Recently Reported Data Breaches Could Affect Thousands of Patients

July 27, 2015 in News

Several U.S. health care organizations recently have disclosed data breaches, potentially affecting thousands of individuals.

Meritus Health Data Breach

Meritus Health in Maryland has notified 1,029 individuals that their information could have been compromised after an employee at one of the medical center’s vendors might have accessed their data outside of normal job functions, Health IT Security reports.

The hospital uncovered the breach on May 4 during “routine compliance and self-audit efforts.” The inappropriate data access likely occurred between July 2014 and April 2015.

Potentially compromised data included:

  • Ages;
  • Birthdates;
  • Health insurance information;
  • Medical record numbers;
  • Names;
  • Social Security numbers; and
  • Treatment and/or diagnostic information.

Financial information was not affected by the breach.

The medical center said there is no evidence that the information has been misused.

Meritus Health has suspended the employee’s access to its system and launched an investigation. In addition, the medical center is “working to further strengthen controls related to vendor access to patient information” and “enhancing its existing system monitoring capabilities with regard to vendor access” (Snell, Health IT Security, 6/30).

OhioHealth Riverside Methodist Hospital Data Breach

OhioHealth Riverside Methodist Hospital is notifying nearly 1,000 individuals about a potential data breach after an unencrypted thumb drive with patient information went missing, the Columbus Dispatch reports.

The thumb drive was last used on an OhioHealth computer on April 14 and was labeled missing on May 29.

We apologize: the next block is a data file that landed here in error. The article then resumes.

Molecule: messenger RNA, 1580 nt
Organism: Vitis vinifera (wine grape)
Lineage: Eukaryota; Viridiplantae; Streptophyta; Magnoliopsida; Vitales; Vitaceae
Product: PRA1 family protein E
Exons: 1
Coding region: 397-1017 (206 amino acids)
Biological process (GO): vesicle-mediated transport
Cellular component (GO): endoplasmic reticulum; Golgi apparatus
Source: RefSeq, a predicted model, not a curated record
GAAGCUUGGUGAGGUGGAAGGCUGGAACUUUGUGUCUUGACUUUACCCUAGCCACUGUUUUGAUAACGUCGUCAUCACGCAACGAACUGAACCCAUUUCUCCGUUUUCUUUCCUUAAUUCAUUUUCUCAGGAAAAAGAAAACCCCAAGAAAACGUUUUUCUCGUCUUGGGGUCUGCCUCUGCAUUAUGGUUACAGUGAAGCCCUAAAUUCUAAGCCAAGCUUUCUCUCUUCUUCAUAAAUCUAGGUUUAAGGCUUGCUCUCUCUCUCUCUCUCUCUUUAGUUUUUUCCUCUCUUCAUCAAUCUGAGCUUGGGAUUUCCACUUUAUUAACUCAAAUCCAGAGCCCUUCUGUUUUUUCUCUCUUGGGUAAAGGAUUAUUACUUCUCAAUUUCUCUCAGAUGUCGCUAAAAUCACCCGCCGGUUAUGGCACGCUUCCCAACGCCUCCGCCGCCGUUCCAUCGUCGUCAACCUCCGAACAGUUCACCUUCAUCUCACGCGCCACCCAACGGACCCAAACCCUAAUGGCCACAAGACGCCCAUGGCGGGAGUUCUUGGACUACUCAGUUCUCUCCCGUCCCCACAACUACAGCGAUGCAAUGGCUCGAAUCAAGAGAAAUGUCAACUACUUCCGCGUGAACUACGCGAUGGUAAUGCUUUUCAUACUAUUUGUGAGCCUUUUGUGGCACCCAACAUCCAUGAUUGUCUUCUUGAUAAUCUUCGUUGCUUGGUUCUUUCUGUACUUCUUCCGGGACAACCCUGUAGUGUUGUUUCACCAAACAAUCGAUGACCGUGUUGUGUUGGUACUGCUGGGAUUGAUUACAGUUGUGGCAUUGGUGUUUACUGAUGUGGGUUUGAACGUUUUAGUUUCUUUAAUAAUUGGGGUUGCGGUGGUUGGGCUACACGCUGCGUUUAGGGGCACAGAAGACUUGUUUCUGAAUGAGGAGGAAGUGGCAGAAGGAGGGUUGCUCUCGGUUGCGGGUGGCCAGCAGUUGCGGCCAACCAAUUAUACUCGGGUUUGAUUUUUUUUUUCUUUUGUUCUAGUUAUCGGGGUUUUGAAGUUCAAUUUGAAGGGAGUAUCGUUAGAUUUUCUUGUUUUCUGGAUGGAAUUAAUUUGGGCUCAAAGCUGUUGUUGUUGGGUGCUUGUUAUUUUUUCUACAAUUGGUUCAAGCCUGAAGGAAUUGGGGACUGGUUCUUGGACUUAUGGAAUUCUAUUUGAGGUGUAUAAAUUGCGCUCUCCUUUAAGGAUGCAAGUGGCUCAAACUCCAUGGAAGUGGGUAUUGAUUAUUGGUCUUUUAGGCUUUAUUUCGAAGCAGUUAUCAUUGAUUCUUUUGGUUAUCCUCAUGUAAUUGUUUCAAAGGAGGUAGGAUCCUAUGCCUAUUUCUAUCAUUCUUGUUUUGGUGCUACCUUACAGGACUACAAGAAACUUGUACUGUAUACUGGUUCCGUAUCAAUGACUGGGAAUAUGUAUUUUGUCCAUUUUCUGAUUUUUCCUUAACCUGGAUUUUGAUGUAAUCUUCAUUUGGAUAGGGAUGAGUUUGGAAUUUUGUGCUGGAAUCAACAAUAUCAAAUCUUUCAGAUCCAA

The thumb drive holds data on patients who were valve-replacement candidates or had taken part in research projects on the procedure between July 2010 and December 2014. Information on the device included:

  • Birthdates;
  • Insurance companies;
  • Medical record numbers;
  • Names;
  • Physicians;
  • Referral and treatment dates; and
  • Types of procedures.

The thumb drive also has clinical information and Social Security numbers for some patients.

OhioHealth said it does not believe that the thumb drive was stolen or that its data have been used inappropriately.

However, the health system said it has suspended use of thumb drives in the department where the thumb drive was lost. In addition, OhioHealth plans to implement encrypted thumb drives systemwide (Sutherly, Columbus Dispatch, 7/27).

Orlando Health Data Breach

Orlando Health has notified about 3,200 individuals of a data breach after a nursing assistant accessed patient records outside of normal job responsibilities, Becker’s Health IT CIO Review reports.

The breach was discovered on May 27 during a routine patient record access audit (Jayanthi, Becker’s Health IT CIO Review, 7/6).

It is unclear what data were viewed, but the patient records included:

  • Addresses;
  • Birthdates;
  • Medications;
  • Medical tests and results;
  • Names; and
  • The last four digits of Social Security numbers (Snell, Health IT Security, 7/6).

The employee, who has since been fired, also may have accessed insurance information on a “limited number” of patients.

The health system said there is no evidence that the data have been used or removed from the hospital.

Orlando Health said, “We are … re-educating our workforce members and increasing our already vigilant program of auditing and monitoring of patient record access” (Becker’s Health IT CIO Review, 7/6).

University of Pittsburgh Medical Center Data Breach

The University of Pittsburgh Medical Center has reported a data breach affecting 722 patients after a file containing health data was emailed to the wrong address, Health IT Security reports.

The incident was discovered on June 4 and reported to HHS on July 2.

Information in the file included:

  • Birthdates;
  • Insurance plan types;
  • Member identification numbers;
  • Phone numbers; and
  • Primary care physician office names.

The file did not contain Social Security numbers or medical histories.

William Gedman, chief compliance officer at UPMC’s insurance services division, said, “Based on our ongoing investigation, we will make all changes necessary to further enhance our already stringent privacy protections” (Snell, Health IT Security, 7/16).

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